Why do our kids' classrooms look exactly the same as our grandparents'? Slate's Linda Perlstein asks this question and solicits ideas from the public on how to modernize American classrooms. The site will pick a winner from all the responses, and the design, they say, may be built as a model classroom in a new charter school.
Some cool ideas have emerged:
- 3 walls (optional light controlled glass on the 4th, or no 4th wall)
- Reconfigurable round/bean shaped table and chairs on casters
- Outdoor classroom with a rain barrel to capture water, perennial flower beds, earth science station, and shade structure.
- Infrastructure for on-demand learning via video presentations and online group lessons.
- Standing desks with stools or high seating
- Individual desks combined with group working areas
- Classrooms with 15 to 20 cubicles similar to Hollywood Squares crammed with technology that communicates with the teacher.
- Couches in the classrooms to allow for more informal discussions.
- Desks with connections to restricted set of online resources.
- Use headgear to enter 4D virtual reality, for example when studying astronomy or geography.
But what's resonated more with me are some of the responses about how the learning process would change. One commenter says:
"By combining access to digital resources with a 'coach,' the student can access 'facts' that were formerly taught by teachers. In this space, teachers stop being "the provider" and start being a guide - a curator of relevant digital resources. Class wikis, blogs and online calendars make this easy for the teacher and convenient for the student."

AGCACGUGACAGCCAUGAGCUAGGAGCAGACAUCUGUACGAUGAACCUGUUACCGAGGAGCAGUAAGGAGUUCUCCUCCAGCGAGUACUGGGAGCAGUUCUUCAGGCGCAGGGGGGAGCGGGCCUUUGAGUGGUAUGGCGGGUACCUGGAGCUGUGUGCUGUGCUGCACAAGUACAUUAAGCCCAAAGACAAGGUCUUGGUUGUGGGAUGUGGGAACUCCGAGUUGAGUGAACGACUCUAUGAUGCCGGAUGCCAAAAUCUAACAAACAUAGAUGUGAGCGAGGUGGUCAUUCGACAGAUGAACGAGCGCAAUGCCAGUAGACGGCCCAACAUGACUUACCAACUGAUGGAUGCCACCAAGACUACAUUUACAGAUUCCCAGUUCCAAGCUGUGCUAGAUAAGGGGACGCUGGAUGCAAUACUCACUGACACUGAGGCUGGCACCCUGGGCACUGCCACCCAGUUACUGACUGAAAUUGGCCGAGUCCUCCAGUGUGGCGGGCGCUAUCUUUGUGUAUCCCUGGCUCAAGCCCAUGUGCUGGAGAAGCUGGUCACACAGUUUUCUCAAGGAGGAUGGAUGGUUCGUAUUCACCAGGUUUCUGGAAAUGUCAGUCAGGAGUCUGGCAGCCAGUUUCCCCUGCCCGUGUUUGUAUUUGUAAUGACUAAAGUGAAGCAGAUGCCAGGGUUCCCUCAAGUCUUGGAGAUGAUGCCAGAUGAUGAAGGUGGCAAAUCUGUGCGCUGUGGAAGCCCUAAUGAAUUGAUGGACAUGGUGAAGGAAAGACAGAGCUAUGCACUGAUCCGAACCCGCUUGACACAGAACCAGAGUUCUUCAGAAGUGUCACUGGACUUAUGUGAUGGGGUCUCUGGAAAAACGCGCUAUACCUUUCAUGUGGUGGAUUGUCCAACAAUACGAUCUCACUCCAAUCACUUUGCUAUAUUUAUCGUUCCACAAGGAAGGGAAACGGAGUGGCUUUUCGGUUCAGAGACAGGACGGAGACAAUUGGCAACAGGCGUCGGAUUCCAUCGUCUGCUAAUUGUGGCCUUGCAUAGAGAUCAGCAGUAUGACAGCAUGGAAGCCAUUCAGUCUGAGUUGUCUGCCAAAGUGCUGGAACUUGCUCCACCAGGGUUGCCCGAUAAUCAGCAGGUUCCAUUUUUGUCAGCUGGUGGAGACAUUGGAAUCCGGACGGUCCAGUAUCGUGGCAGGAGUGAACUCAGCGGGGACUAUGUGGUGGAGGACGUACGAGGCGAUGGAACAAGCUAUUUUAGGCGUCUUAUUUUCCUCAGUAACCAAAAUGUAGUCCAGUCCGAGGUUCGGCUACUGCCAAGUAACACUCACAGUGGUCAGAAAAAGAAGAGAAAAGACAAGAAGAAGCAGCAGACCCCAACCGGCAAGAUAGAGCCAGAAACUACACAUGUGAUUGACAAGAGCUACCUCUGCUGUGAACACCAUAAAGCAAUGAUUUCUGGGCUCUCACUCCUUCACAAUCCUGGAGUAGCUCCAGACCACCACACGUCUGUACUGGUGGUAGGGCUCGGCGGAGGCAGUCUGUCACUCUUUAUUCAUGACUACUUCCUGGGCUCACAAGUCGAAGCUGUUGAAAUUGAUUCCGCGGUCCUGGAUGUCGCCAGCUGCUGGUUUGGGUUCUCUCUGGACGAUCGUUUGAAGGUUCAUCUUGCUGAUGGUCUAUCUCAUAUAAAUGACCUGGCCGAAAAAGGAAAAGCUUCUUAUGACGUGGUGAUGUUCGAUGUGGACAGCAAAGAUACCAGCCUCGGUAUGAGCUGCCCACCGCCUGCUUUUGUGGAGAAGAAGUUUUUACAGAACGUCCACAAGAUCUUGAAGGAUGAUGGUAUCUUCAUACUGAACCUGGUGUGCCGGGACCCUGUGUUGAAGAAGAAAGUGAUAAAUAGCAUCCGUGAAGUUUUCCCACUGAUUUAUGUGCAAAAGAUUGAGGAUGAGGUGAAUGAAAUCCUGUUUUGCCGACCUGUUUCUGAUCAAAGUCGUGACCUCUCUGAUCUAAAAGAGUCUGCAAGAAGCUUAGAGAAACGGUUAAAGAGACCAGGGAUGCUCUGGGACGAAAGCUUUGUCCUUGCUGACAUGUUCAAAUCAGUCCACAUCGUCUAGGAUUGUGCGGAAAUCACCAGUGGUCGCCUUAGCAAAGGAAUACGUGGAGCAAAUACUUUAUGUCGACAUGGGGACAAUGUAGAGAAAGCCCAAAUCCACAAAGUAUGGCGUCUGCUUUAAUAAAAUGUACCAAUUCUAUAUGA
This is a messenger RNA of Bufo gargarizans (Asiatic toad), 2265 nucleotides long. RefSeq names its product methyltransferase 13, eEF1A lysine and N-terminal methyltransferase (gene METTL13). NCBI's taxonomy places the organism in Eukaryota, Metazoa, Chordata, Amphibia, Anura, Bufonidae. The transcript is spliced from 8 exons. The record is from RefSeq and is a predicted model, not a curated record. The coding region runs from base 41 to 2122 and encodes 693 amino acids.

Another writes about using the community as classroom, including museums and workplaces.
"All students would have a home base, preferably around a discussion table, with non-florescent lighting, and lots of computers, board games, art supplies and tons of books in every room."
"We are starting to realize that children learn better and faster if they are learning in their zones of proximal development, which can only be done in a classroom of 25 K-3 children if their practice is automated at some level."
Perlstein's article also addresses this:
"In places where schools have moved away from the idea of teachers as sole practitioners, away from the science-then-reading-then-math-then-social-studies way of breaking up the day, and away from treating students as a mass toward treating them as individuals, some innovative classrooms have emerged. Architects have begun to toss out the usual set of spaces--classroom, cafeteria, auditorium, gym, hallway--for more flexible layouts."
I'll be following the progression and report back.